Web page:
Softball coach Pete Sprenkle, left, chats with granddaughter Julia McCue, a pitcher and first baseman for the Stars 16-under B team.
RACHEL WOOLF
Softball coach Pete Sprenkle, left, chats with granddaughter Julia McCue, a pitcher and first baseman for the Stars 16-under B team.

BOULDER — If not for one specific influence, Pete Sprenkle might happily ease into full retirement, perhaps idling his days away by cranking out another volume of wisdom and insightful observations culled from nearly four decades of coaching experience.

Yet that one influence exerts a tremendous and relentless pressure on Sprenkle’s heartstrings. Until Sprenkle’s granddaughter, 15-year-old Julia McCue, completes her journey through the Boulder Stars club softball system, Sprenkle plans to keep plying his trade.

Sprenkle, a former Boulder High School softball coach and a veteran instructor on the local club circuit, isn’t ready to hang up his coach’s whistle just yet. Currently the coach of the Stars’ 16U B team, Sprenkle is reveling in the rare opportunity to coach his granddaughter, a first baseman/pitcher with the club who will be a sophomore at Fairview in the fall.

“I can definitely say I would not be doing this if (McCue) wasn’t playing,” said the 75-year old Sprenkle. “I coached my daughter for a number of years and I really thought I was done. When (McCue) gets through high school I’ll be 78. That’s probably old enough to finally retire.”

Sprenkle already was a veteran face on the club circuit — perhaps most notably with the Junior Gold Stars — when he resigned his position in order to give high school coaching a shot.

After just one season at Centaurus, Sprenkle spent four seasons at Boulder, leading the Panthers’ softball team from 1999 through 2002.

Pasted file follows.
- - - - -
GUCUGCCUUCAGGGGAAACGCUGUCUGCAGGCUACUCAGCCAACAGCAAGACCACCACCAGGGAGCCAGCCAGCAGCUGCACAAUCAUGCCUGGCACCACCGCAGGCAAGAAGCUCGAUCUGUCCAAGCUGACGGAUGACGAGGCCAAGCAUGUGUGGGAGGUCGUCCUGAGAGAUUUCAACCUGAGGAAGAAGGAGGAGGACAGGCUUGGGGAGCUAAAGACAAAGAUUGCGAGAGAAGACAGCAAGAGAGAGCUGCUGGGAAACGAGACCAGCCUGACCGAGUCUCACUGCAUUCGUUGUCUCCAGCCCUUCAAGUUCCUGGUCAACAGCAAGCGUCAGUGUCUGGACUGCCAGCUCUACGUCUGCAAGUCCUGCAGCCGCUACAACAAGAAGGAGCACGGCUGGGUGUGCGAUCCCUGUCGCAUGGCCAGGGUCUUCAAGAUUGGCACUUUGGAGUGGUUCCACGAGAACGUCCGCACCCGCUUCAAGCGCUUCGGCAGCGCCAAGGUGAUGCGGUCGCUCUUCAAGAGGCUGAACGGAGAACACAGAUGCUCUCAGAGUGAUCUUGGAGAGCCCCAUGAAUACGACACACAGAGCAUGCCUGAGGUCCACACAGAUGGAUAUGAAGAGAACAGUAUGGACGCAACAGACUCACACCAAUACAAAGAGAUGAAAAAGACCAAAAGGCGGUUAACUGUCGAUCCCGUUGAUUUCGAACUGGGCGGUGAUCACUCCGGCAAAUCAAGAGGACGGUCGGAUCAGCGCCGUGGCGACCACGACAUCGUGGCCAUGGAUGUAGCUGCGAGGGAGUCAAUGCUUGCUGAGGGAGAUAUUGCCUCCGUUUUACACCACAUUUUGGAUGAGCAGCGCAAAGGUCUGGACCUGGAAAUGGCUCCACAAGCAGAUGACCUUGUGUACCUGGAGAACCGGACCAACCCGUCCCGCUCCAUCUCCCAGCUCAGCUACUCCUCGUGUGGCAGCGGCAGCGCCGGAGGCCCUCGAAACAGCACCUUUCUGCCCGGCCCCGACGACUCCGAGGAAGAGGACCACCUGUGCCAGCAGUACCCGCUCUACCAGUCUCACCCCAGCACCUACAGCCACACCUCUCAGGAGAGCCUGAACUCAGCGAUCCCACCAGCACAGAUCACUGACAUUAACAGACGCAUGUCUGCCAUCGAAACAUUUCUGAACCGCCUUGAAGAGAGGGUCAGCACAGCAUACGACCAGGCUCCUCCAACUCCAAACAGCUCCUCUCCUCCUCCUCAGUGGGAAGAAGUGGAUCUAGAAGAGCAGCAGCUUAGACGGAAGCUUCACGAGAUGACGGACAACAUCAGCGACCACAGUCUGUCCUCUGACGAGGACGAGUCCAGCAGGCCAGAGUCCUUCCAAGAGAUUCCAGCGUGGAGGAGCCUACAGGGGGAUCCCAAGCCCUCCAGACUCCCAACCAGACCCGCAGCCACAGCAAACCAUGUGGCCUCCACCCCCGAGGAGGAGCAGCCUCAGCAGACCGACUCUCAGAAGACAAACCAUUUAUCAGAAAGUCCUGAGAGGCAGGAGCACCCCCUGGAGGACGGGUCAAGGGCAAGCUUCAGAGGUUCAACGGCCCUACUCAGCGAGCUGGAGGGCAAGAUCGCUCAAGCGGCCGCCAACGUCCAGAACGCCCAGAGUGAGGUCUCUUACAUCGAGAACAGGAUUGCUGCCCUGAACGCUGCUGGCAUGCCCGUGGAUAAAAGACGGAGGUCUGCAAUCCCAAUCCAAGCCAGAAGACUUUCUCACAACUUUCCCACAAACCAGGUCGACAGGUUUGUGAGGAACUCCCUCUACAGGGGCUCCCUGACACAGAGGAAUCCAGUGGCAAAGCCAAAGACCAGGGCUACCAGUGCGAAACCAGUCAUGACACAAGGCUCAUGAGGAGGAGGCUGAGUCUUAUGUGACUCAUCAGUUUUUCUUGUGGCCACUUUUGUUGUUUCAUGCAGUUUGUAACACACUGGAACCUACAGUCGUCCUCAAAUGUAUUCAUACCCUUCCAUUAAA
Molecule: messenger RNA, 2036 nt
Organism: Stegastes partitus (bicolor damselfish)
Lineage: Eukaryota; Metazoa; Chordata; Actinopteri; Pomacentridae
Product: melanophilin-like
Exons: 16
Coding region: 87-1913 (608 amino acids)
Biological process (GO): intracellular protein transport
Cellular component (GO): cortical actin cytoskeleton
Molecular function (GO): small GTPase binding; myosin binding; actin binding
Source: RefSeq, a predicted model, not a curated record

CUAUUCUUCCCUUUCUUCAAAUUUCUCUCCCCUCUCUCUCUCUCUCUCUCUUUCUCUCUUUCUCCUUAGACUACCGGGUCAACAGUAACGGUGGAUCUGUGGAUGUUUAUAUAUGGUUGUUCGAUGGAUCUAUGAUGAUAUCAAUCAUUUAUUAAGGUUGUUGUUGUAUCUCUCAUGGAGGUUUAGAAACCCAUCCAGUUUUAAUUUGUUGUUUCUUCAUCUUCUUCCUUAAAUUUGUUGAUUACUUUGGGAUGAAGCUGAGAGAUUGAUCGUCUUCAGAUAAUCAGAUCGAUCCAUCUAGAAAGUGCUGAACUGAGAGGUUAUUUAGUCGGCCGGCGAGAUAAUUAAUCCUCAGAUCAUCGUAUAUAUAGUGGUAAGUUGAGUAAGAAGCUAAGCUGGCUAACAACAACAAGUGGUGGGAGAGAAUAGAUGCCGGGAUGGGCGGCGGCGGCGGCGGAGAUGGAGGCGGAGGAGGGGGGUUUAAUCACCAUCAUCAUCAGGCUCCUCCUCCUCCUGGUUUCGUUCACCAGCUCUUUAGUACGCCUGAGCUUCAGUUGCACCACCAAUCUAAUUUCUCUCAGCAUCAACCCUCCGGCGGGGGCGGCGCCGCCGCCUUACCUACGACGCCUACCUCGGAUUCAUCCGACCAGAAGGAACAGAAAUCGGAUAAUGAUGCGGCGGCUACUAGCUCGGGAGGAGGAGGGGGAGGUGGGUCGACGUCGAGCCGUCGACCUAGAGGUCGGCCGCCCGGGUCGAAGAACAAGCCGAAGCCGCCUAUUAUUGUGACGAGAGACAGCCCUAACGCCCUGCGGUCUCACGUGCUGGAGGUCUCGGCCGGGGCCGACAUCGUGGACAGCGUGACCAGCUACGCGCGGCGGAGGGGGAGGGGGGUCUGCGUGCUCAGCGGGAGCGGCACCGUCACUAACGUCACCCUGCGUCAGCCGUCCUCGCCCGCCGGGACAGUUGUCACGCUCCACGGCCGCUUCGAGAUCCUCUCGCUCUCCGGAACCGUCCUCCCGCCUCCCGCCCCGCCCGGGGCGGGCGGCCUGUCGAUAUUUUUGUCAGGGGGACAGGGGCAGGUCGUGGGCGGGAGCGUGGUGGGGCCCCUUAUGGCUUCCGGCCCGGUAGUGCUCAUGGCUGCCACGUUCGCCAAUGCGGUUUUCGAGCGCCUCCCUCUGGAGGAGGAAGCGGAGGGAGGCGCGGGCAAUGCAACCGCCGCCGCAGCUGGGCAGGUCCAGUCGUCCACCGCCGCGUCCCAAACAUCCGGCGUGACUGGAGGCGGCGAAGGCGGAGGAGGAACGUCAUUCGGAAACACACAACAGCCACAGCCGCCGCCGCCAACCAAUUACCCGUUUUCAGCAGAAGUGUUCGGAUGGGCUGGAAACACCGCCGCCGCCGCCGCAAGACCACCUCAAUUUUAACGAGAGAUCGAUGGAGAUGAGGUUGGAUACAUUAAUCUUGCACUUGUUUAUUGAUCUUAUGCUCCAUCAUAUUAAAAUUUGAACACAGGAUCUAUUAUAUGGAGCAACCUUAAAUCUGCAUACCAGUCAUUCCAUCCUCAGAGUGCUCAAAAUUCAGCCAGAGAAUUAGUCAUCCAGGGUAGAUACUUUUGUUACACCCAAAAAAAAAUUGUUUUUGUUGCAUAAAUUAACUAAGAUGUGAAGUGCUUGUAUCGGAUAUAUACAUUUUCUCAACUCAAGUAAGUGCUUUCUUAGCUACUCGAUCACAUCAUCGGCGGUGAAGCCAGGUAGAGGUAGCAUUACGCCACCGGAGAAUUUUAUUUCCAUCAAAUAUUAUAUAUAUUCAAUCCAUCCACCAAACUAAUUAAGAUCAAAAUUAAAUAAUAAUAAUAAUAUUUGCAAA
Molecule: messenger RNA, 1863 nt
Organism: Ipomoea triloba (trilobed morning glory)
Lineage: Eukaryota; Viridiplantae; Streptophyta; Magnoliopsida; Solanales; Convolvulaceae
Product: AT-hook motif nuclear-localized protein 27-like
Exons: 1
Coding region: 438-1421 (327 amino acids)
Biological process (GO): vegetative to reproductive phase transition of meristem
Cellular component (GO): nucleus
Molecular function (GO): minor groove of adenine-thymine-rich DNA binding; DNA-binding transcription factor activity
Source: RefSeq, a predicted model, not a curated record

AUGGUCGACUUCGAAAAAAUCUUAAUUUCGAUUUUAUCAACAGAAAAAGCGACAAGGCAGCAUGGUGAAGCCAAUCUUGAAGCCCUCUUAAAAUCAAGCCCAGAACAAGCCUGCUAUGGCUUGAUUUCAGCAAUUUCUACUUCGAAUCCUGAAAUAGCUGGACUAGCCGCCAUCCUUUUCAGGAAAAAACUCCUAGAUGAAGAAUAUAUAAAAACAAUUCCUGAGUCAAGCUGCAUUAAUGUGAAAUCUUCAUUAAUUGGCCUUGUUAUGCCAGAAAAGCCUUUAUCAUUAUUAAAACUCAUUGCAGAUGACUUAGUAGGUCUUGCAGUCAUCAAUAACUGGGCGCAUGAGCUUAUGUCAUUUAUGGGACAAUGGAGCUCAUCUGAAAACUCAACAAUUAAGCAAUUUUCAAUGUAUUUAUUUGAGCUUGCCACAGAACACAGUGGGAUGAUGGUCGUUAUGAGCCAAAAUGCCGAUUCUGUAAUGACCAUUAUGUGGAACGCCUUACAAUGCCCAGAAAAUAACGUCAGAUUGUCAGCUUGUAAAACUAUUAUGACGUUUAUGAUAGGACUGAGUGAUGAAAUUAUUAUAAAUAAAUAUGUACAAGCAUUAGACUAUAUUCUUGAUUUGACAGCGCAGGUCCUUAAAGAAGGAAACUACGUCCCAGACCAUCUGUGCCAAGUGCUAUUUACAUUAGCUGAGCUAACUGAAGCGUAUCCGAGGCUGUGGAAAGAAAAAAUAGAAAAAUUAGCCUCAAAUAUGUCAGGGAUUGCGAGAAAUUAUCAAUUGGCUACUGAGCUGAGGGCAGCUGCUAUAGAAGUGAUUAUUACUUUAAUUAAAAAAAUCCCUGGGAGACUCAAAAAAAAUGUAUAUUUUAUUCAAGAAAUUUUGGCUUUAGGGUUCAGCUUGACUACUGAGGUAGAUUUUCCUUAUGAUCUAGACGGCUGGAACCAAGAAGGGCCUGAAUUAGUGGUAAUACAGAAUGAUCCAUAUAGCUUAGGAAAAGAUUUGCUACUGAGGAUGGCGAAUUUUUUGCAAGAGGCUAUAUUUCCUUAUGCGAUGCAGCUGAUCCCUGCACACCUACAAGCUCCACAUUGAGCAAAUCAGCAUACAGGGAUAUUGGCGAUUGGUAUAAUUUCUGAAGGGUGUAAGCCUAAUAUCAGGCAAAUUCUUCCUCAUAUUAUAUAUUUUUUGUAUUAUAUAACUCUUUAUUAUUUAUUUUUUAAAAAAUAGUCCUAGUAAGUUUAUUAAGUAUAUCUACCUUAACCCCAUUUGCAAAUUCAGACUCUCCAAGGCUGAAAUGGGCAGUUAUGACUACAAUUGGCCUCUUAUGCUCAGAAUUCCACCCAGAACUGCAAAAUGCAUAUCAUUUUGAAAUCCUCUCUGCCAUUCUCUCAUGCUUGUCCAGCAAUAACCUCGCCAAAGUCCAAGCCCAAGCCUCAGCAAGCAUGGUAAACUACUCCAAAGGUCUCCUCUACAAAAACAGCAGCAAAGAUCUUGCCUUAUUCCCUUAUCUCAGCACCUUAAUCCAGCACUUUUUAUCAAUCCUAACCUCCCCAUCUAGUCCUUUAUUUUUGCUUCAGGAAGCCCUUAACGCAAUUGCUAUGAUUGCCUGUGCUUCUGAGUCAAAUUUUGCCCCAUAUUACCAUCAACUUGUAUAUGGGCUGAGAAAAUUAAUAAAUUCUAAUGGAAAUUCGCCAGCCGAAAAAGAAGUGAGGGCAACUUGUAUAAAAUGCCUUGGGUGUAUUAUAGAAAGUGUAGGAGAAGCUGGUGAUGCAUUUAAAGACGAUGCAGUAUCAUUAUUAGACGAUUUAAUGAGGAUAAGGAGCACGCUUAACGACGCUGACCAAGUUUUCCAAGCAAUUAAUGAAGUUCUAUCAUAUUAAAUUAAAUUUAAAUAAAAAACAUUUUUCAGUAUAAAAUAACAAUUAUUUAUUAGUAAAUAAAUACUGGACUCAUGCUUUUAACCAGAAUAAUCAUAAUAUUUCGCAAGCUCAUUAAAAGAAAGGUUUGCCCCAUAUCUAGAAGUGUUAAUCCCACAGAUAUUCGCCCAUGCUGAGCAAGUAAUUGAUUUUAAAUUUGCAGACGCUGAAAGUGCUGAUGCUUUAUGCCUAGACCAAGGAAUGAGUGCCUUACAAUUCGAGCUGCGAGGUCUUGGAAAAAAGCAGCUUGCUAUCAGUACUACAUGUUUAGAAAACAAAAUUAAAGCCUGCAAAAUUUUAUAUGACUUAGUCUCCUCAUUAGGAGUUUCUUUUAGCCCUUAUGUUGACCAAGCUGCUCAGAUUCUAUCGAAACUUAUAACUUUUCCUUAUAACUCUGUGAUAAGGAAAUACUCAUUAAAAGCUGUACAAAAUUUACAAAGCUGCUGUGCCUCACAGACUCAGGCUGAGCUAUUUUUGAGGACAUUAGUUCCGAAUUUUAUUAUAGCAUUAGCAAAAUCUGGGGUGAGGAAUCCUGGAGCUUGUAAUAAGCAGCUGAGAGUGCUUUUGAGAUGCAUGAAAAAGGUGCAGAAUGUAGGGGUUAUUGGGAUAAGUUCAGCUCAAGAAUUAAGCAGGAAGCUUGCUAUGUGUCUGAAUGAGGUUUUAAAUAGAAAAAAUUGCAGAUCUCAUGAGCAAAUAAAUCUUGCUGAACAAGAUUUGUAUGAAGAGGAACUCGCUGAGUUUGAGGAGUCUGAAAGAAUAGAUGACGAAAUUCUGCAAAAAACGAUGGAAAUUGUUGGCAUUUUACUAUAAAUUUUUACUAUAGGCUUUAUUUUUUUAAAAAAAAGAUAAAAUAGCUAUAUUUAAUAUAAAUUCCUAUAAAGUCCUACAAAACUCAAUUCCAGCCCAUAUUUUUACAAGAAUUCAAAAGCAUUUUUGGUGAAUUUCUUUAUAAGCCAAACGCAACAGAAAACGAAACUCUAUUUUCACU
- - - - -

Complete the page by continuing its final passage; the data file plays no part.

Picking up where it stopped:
However, Sprenkle never quite found the high school experience as rewarding as what he encountered on the club scene. During his long and prolific career Sprenkle enjoyed the opportunity to coach one of his daughters — McCue’s aunt, Linda Timmons — and once McCue started displaying an interest in the sport, the venerable coach began to reconsider his options.

“I wouldn’t say it’s a lot different than coaching my daughter,” said Sprenkle, whose other granddaughter, Katie Timmons, will play volleyball at the Colorado School of Mines in 2013. “They both play because they wanted to play. Both are good players and work hard. There’s not a lot of differences. Many times (McCue) is in the batting cage and it’s kind of like déja vu all over again. I’m excited for this opportunity because not a lot of people get to do this.”

Sprenkle has authored two books (one is titled “A Softball Coaches Tool Kit”) and has coached his granddaughter’s group throughout their time in the Boulder Stars’ system, beginning when McCue was playing at the 10U level. While McCue confesses she hasn’t quite completely read any of grandpa’s books, she recognizes the unique opportunity she has to learn from a beloved family member who also happens to be an expert in her still-blossoming trade.

“I knew that my aunt played and he coached, and I knew he had a book about coaching,” McCue said. “When I started playing softball I got into it more and I thought it was really cool that he coached. I love softball and it’s my passion, so it’s great to know that he is coaching and is involved as well.

“For me, it’s kind of normal because he always has been my coach. I do recognize it is unique and all my friends think its cool.”

Follow Pat Rooney on Twitter: @prooney07